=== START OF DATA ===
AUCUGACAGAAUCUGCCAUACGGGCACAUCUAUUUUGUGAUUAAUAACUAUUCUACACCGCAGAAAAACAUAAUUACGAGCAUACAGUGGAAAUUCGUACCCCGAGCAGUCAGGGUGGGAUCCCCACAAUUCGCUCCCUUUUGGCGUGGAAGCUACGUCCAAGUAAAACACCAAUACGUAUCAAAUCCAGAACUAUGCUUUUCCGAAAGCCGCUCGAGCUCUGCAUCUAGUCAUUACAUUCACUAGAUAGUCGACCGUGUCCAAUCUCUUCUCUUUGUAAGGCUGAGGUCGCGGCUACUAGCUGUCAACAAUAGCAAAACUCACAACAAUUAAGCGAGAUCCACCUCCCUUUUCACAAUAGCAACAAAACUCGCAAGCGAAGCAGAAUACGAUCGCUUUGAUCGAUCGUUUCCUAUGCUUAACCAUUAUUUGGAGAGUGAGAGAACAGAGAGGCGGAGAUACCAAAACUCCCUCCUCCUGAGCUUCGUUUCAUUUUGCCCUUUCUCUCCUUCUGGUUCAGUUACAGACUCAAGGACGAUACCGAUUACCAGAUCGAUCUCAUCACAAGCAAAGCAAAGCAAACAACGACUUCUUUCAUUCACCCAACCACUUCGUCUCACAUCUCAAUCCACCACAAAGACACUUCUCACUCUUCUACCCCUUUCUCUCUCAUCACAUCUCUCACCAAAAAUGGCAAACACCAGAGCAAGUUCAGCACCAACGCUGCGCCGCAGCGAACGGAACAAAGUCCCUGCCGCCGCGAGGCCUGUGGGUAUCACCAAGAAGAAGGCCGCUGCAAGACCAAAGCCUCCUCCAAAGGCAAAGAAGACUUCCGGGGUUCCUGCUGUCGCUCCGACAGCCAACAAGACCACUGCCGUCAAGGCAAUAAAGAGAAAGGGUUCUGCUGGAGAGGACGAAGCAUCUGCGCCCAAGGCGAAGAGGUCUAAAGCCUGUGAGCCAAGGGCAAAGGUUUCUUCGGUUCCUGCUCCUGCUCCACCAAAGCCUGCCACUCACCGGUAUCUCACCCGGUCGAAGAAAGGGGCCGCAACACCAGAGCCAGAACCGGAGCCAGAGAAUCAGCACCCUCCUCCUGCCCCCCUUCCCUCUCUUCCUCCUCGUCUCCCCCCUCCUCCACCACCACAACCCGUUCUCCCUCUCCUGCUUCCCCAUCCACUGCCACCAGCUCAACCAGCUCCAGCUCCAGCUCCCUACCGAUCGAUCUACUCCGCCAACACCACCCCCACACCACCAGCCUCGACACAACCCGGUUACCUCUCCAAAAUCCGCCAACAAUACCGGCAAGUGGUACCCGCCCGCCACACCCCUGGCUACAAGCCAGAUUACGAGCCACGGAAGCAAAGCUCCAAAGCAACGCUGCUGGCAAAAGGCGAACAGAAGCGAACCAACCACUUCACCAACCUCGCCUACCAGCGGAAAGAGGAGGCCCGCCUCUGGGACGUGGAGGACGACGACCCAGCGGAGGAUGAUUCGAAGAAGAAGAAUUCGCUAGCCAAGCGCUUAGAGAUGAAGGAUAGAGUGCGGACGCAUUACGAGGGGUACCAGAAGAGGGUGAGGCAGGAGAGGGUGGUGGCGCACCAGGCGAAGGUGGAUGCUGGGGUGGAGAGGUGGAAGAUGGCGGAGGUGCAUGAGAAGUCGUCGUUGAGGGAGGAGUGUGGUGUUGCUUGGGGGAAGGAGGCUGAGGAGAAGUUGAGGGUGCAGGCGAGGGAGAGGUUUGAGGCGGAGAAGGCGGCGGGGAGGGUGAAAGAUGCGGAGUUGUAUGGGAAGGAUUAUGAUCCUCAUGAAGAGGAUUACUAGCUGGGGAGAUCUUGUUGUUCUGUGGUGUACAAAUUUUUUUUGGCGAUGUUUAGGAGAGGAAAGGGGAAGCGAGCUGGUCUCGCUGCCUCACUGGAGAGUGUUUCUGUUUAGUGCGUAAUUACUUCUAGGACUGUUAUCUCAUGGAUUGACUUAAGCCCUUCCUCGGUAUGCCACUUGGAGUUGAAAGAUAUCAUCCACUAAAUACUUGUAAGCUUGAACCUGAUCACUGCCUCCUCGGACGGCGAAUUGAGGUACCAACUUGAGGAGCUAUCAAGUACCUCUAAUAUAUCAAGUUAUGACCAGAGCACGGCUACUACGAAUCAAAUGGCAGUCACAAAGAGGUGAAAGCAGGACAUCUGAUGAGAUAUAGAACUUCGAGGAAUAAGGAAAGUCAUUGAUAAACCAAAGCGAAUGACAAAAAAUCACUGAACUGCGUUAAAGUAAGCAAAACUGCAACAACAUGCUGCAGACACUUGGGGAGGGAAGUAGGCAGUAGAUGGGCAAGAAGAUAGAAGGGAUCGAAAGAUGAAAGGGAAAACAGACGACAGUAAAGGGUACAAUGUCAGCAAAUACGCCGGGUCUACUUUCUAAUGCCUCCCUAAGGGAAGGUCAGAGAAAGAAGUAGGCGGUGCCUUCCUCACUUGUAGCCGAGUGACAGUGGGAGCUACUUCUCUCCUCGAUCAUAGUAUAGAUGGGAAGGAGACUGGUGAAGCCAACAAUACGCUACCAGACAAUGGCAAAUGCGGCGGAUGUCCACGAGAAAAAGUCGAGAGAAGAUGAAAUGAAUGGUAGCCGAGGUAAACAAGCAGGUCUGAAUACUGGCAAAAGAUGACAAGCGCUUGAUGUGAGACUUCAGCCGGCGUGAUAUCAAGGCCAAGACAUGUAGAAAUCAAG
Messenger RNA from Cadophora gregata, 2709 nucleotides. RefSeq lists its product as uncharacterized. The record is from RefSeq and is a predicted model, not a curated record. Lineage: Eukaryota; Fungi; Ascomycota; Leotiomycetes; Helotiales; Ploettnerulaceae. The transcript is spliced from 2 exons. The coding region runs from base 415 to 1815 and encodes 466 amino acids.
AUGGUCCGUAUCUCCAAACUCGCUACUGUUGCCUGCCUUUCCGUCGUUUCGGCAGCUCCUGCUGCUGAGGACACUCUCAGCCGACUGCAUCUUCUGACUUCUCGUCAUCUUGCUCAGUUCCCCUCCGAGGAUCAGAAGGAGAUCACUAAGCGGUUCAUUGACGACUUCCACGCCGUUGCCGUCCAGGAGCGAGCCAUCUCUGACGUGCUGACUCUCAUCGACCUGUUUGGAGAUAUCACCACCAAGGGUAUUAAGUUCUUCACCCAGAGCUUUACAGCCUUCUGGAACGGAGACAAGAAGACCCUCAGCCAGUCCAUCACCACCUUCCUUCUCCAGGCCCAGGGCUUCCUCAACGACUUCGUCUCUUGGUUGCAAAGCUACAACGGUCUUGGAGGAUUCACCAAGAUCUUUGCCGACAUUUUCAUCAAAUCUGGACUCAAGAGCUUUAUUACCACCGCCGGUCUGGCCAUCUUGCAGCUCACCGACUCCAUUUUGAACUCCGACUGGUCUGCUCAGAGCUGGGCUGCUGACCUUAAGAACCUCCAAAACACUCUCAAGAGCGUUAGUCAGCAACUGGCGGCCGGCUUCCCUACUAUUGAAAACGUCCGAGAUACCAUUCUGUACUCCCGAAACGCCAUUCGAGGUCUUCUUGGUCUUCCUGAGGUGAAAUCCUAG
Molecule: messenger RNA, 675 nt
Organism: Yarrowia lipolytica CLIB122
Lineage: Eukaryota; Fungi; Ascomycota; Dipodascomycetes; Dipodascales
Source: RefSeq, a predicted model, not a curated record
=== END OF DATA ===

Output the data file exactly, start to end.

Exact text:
AUCUGACAGAAUCUGCCAUACGGGCACAUCUAUUUUGUGAUUAAUAACUAUUCUACACCGCAGAAAAACAUAAUUACGAGCAUACAGUGGAAAUUCGUACCCCGAGCAGUCAGGGUGGGAUCCCCACAAUUCGCUCCCUUUUGGCGUGGAAGCUACGUCCAAGUAAAACACCAAUACGUAUCAAAUCCAGAACUAUGCUUUUCCGAAAGCCGCUCGAGCUCUGCAUCUAGUCAUUACAUUCACUAGAUAGUCGACCGUGUCCAAUCUCUUCUCUUUGUAAGGCUGAGGUCGCGGCUACUAGCUGUCAACAAUAGCAAAACUCACAACAAUUAAGCGAGAUCCACCUCCCUUUUCACAAUAGCAACAAAACUCGCAAGCGAAGCAGAAUACGAUCGCUUUGAUCGAUCGUUUCCUAUGCUUAACCAUUAUUUGGAGAGUGAGAGAACAGAGAGGCGGAGAUACCAAAACUCCCUCCUCCUGAGCUUCGUUUCAUUUUGCCCUUUCUCUCCUUCUGGUUCAGUUACAGACUCAAGGACGAUACCGAUUACCAGAUCGAUCUCAUCACAAGCAAAGCAAAGCAAACAACGACUUCUUUCAUUCACCCAACCACUUCGUCUCACAUCUCAAUCCACCACAAAGACACUUCUCACUCUUCUACCCCUUUCUCUCUCAUCACAUCUCUCACCAAAAAUGGCAAACACCAGAGCAAGUUCAGCACCAACGCUGCGCCGCAGCGAACGGAACAAAGUCCCUGCCGCCGCGAGGCCUGUGGGUAUCACCAAGAAGAAGGCCGCUGCAAGACCAAAGCCUCCUCCAAAGGCAAAGAAGACUUCCGGGGUUCCUGCUGUCGCUCCGACAGCCAACAAGACCACUGCCGUCAAGGCAAUAAAGAGAAAGGGUUCUGCUGGAGAGGACGAAGCAUCUGCGCCCAAGGCGAAGAGGUCUAAAGCCUGUGAGCCAAGGGCAAAGGUUUCUUCGGUUCCUGCUCCUGCUCCACCAAAGCCUGCCACUCACCGGUAUCUCACCCGGUCGAAGAAAGGGGCCGCAACACCAGAGCCAGAACCGGAGCCAGAGAAUCAGCACCCUCCUCCUGCCCCCCUUCCCUCUCUUCCUCCUCGUCUCCCCCCUCCUCCACCACCACAACCCGUUCUCCCUCUCCUGCUUCCCCAUCCACUGCCACCAGCUCAACCAGCUCCAGCUCCAGCUCCCUACCGAUCGAUCUACUCCGCCAACACCACCCCCACACCACCAGCCUCGACACAACCCGGUUACCUCUCCAAAAUCCGCCAACAAUACCGGCAAGUGGUACCCGCCCGCCACACCCCUGGCUACAAGCCAGAUUACGAGCCACGGAAGCAAAGCUCCAAAGCAACGCUGCUGGCAAAAGGCGAACAGAAGCGAACCAACCACUUCACCAACCUCGCCUACCAGCGGAAAGAGGAGGCCCGCCUCUGGGACGUGGAGGACGACGACCCAGCGGAGGAUGAUUCGAAGAAGAAGAAUUCGCUAGCCAAGCGCUUAGAGAUGAAGGAUAGAGUGCGGACGCAUUACGAGGGGUACCAGAAGAGGGUGAGGCAGGAGAGGGUGGUGGCGCACCAGGCGAAGGUGGAUGCUGGGGUGGAGAGGUGGAAGAUGGCGGAGGUGCAUGAGAAGUCGUCGUUGAGGGAGGAGUGUGGUGUUGCUUGGGGGAAGGAGGCUGAGGAGAAGUUGAGGGUGCAGGCGAGGGAGAGGUUUGAGGCGGAGAAGGCGGCGGGGAGGGUGAAAGAUGCGGAGUUGUAUGGGAAGGAUUAUGAUCCUCAUGAAGAGGAUUACUAGCUGGGGAGAUCUUGUUGUUCUGUGGUGUACAAAUUUUUUUUGGCGAUGUUUAGGAGAGGAAAGGGGAAGCGAGCUGGUCUCGCUGCCUCACUGGAGAGUGUUUCUGUUUAGUGCGUAAUUACUUCUAGGACUGUUAUCUCAUGGAUUGACUUAAGCCCUUCCUCGGUAUGCCACUUGGAGUUGAAAGAUAUCAUCCACUAAAUACUUGUAAGCUUGAACCUGAUCACUGCCUCCUCGGACGGCGAAUUGAGGUACCAACUUGAGGAGCUAUCAAGUACCUCUAAUAUAUCAAGUUAUGACCAGAGCACGGCUACUACGAAUCAAAUGGCAGUCACAAAGAGGUGAAAGCAGGACAUCUGAUGAGAUAUAGAACUUCGAGGAAUAAGGAAAGUCAUUGAUAAACCAAAGCGAAUGACAAAAAAUCACUGAACUGCGUUAAAGUAAGCAAAACUGCAACAACAUGCUGCAGACACUUGGGGAGGGAAGUAGGCAGUAGAUGGGCAAGAAGAUAGAAGGGAUCGAAAGAUGAAAGGGAAAACAGACGACAGUAAAGGGUACAAUGUCAGCAAAUACGCCGGGUCUACUUUCUAAUGCCUCCCUAAGGGAAGGUCAGAGAAAGAAGUAGGCGGUGCCUUCCUCACUUGUAGCCGAGUGACAGUGGGAGCUACUUCUCUCCUCGAUCAUAGUAUAGAUGGGAAGGAGACUGGUGAAGCCAACAAUACGCUACCAGACAAUGGCAAAUGCGGCGGAUGUCCACGAGAAAAAGUCGAGAGAAGAUGAAAUGAAUGGUAGCCGAGGUAAACAAGCAGGUCUGAAUACUGGCAAAAGAUGACAAGCGCUUGAUGUGAGACUUCAGCCGGCGUGAUAUCAAGGCCAAGACAUGUAGAAAUCAAG
Messenger RNA from Cadophora gregata, 2709 nucleotides. RefSeq lists its product as uncharacterized. The record is from RefSeq and is a predicted model, not a curated record. Lineage: Eukaryota; Fungi; Ascomycota; Leotiomycetes; Helotiales; Ploettnerulaceae. The transcript is spliced from 2 exons. The coding region runs from base 415 to 1815 and encodes 466 amino acids.
AUGGUCCGUAUCUCCAAACUCGCUACUGUUGCCUGCCUUUCCGUCGUUUCGGCAGCUCCUGCUGCUGAGGACACUCUCAGCCGACUGCAUCUUCUGACUUCUCGUCAUCUUGCUCAGUUCCCCUCCGAGGAUCAGAAGGAGAUCACUAAGCGGUUCAUUGACGACUUCCACGCCGUUGCCGUCCAGGAGCGAGCCAUCUCUGACGUGCUGACUCUCAUCGACCUGUUUGGAGAUAUCACCACCAAGGGUAUUAAGUUCUUCACCCAGAGCUUUACAGCCUUCUGGAACGGAGACAAGAAGACCCUCAGCCAGUCCAUCACCACCUUCCUUCUCCAGGCCCAGGGCUUCCUCAACGACUUCGUCUCUUGGUUGCAAAGCUACAACGGUCUUGGAGGAUUCACCAAGAUCUUUGCCGACAUUUUCAUCAAAUCUGGACUCAAGAGCUUUAUUACCACCGCCGGUCUGGCCAUCUUGCAGCUCACCGACUCCAUUUUGAACUCCGACUGGUCUGCUCAGAGCUGGGCUGCUGACCUUAAGAACCUCCAAAACACUCUCAAGAGCGUUAGUCAGCAACUGGCGGCCGGCUUCCCUACUAUUGAAAACGUCCGAGAUACCAUUCUGUACUCCCGAAACGCCAUUCGAGGUCUUCUUGGUCUUCCUGAGGUGAAAUCCUAG
Molecule: messenger RNA, 675 nt
Organism: Yarrowia lipolytica CLIB122
Lineage: Eukaryota; Fungi; Ascomycota; Dipodascomycetes; Dipodascales
Source: RefSeq, a predicted model, not a curated record